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World Savings Day


​​​​​World Savings Day​​​

World Savings Day is an event created to increase the public’s awareness of the importance of savings both for modern economies and for individuals alike. Savings is important in the global economy and every depositor contributes to its development. 

​​>> Visit: 2017 World Savings Day website​ | >> World Savings Day event on 26 October

World Savings Day 2017 Kick-off Event: “Our future starts with savings "

Thursday, 26 October 2017 from 10:00 a.m. until 12:45 p.m.


Celebrate World Savings Day with WSBI – the World Savings and Retail Banking Institute!

The mid-morning event will kick-off with opening remarks by Mr. Kris Peeters, Deputy Prime Minister and Minister of Economy and Employment. Presentations follow by Ms. Florence Raineix, President of Finances & Pédagogie and Director General of the Fédération Nationale des Caisses d'Epargne, and Dr. Bettina Fuhrmann, Head of the Institute for Economic Education at the Vienna University for Economics and Business.

The event concludes with a panel to provide update on how savings and retail banks are meeting the financial education and financial inclusion challenge. The panel includes Jean-Paul Servais, Chairman, Belgian Financial Services and Markets Authority, and Wessel van Kampen, Managing Director, Child and Youth Finance International.

Networking lunch scheduled immediately following panel at 12:45 p.m. 

Where: De Warande Club, Zinnerstraat 1, 1000 Brussels.

RSVP: Please reply by Friday, 20 October to

>> Learn more about World Savings Day event on 26 October

About World Savings Day

For more than 90 years, the World Savings and Retail Banking Institute and its members have spearheaded annually a day dedicated to promoting the virtue of people saving money. Called World Savings Day, it was the first initiative of WSBI, the voice of savings and retail banks in close to 80 countries, the day remains relevant for members who engage actively in celebrating in their local areas. World Savings Day is celebrated in countries around the world.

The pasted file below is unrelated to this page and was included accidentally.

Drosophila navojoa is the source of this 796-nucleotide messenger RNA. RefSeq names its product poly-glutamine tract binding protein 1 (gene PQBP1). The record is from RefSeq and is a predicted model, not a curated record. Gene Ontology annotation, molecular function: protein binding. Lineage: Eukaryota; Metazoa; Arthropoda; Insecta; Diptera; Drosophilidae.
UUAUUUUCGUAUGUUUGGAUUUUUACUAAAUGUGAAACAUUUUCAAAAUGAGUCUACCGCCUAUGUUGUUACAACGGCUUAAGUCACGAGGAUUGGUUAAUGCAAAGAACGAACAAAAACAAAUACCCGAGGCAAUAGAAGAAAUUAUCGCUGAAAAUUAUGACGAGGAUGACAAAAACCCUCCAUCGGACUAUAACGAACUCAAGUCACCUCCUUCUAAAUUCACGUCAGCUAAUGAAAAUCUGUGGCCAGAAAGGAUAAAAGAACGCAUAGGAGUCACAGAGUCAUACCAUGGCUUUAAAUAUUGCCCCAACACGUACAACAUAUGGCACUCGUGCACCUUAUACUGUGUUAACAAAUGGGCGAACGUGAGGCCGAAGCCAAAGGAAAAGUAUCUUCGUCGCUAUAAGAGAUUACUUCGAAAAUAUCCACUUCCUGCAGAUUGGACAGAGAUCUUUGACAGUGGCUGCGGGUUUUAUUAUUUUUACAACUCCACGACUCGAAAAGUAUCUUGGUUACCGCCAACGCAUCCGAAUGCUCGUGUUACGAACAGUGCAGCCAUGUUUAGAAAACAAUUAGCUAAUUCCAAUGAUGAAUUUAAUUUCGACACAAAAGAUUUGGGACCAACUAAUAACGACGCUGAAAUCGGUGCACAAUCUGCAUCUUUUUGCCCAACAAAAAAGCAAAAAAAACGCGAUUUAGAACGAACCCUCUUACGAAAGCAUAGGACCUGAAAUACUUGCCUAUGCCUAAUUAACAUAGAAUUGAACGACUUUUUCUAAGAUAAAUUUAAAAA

Why it's important

For Brussels-based WSBI and its members, World Savings Day places added focus on the stabilising role played by savings and retail banking in the overall financial system. It evokes some of the ethos of local banks: responsible partners in communities, close to the customer, serving households, small and medium-sized firms (SMEs) and local authorities. ​WSBI member banks demonstrate their locally focused approach to banking through World Savings Day activities in the communities they serve.

A history of World savings day

The World Savings Day was established on October 31, 1924, during the 1st International Savings Bank Congress (World Society of Savings Banks) in Milano, Italy. The Italian Professor Filippo Ravizza declared this day the "International Saving Day" on the last day of the congress.

World Savings Day or World Thrift Day was established to inform people all around the world about the idea of saving their money in a bank rather than keeping it under their mattress.

There had been some examples of days that were committed to the idea of saving money to gain a higher standard of life and to secure the economy. For example,  the first national thrift day ​was celebrated in 1921. In other countries, such as Germany, peoples’ confidence in savings had to be restored because many ​people didn’t even think of saving since they had lost close to everything in the German monetary reform of 1923.

After the Second World War, World Thrift Day continued and reached the peak of its popularity in the years between 1955 and 1970. It became a veritable tradition in certain countries. In Austria, for instance, the official mascot of saving, the so-called ‘Sparefroh’ (literally: ‘Happy Saver’) reached a higher degree of brand awareness than the republic’s President and even a street was named after him. In the 1970s the ‘Sparefroh-Journal’, an educational magazine for younger people, reached a circulation of 400,000 copies.

 Learn even more about World Savings Day